However there was a fun atmosphere in the office and because we were answerable to nobody then whims could be indulged, such as sponsoring a car at the Le Mans 24 hour, which was arranged at incredibly short notice. And there can't be many businesses where if someone is not at their desk and is needed, you open the window and shout for them in the café across the road!

How much did it cost to produce each game and how many copies need to sell for it to be profitable?
You could duplicate a tape cassette and put a printed inlay in it for about 30p each provided you duplicated a few thousand at a time, and distribution into and out of the warehouse was say 10p. A £1.99 game might sell for 90p or maybe a bit more to the smaller distributors. Artwork and other programming such as a loading screen would be around £500. So a budget game could make money on very low sales – on 1000 units we would be just about breaking even on the production costs. But we would need a lot more than to cover our overheads. A sale of 5000 units would comfortably do that and that was easy to get in the early days.
Remember that we bought everything in – we employed no games programmers, only a couple of techies who assisted in testing and format conversion issues. So if a programmer chose to spend weeks and weeks of his own time writing a game, that was his problem. He still got the standard deal when he finally turned up at our office with the finished product.

Was there a standard contract with the programmers or were deals done on an individual basis?
The standard deal for £1.99 games was 10p a unit royalty and anything from £500 to £2000 advance. We paid more to the Darling brothers and Mr. Chip Software and gradually the rates went up generally. When the MAD range started selling at £2.99 the basic royalty was 15p. When we moved into full price software a lot of the deals were based on a percentage of the sales revenue rather than a unit rate. I think we may have paid a little less for exports. We would have paid more for disk versions of a tape game but I can’t remember how much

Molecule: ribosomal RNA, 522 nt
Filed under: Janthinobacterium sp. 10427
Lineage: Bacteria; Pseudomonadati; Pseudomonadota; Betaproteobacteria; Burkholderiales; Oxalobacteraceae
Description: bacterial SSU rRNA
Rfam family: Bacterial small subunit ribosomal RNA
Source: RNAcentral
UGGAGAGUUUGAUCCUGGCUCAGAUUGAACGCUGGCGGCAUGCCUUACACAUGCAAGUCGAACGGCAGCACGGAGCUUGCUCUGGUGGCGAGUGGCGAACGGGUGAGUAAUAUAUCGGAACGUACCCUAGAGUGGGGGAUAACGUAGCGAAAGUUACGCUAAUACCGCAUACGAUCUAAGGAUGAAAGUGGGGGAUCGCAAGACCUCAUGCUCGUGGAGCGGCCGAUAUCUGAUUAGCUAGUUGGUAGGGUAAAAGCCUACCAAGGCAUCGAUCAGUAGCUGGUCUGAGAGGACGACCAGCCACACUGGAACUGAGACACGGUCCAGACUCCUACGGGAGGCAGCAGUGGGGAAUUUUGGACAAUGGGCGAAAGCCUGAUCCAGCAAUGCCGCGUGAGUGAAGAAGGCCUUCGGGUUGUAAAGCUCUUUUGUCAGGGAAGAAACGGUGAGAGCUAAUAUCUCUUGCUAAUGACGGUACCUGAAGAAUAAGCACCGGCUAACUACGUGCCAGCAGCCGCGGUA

In the later 1980s we dealt more with software houses like Binary Design, Icon Design and Palmer Acoustics and typically paid them £10,000 at a time as an advance for 4 or 5 titles.

The Darling brothers provided many early Mastertronic games

How much on average would a programmer receive for their game?
I can’t answer for the programmers who were employed by software houses, such as Mr. Chip or Binary Design. But if you were, say, David Jones, you would have received over £30,000 for Finders Keepers (in all formats) and £22,000 for Spellbound. Not bad for the 1980s. A typical game might well sell 40,000 units so we would pay at least £4,000.

Is it true that when word got around about Mastertronic, budding programmers would call into the offices to demo their games?
Yes it is quite true. People would ring the bell as well as send games in the post. Established authors would also call in with work in progress and of course they did not necessarily do a deal with us every time but a lot of them liked us because we gave them a very quick answer and we paid advances and royalties fairly and on time.

How did the deals come about with the likes of Activision and Ultimate to re-release their games on the Ricochet label?
The deals happened once our distribution deals with retailers like Woolworths, Boots and Toys’R’Us were in place. We could assure the other publishers of reasonable sales but also they were stuck because if they did not deal with us, it was very hard for them to get their own budget re-releases out there. We had a team of merchandisers who stocked shelves in many leading retailers, something I believe no other games publisher had. For the same reason we set up Rack-It for Andrew Hewson.

Did Mastertronic have any influence over which games were re-released or did the contributing companies dictate this?
I don’t know who chose the product but I am fairly sure that we would have had the last word – we were the ones putting the games out on to the shelves and we had to choose titles that would sell. So I guess that we cherry-picked the best titles.

The company released several arcade conversions of Namco games (Bosconian, Motos, Gaplus). How did the deal with Namco come about?
Probably via Martin Alper who had set up Mastertronic USA in California and was building relationships with arcade games producers. We released our own arcade machine in 1988 called “Arcadia” but I don’t know much about it since it was only sold in the USA.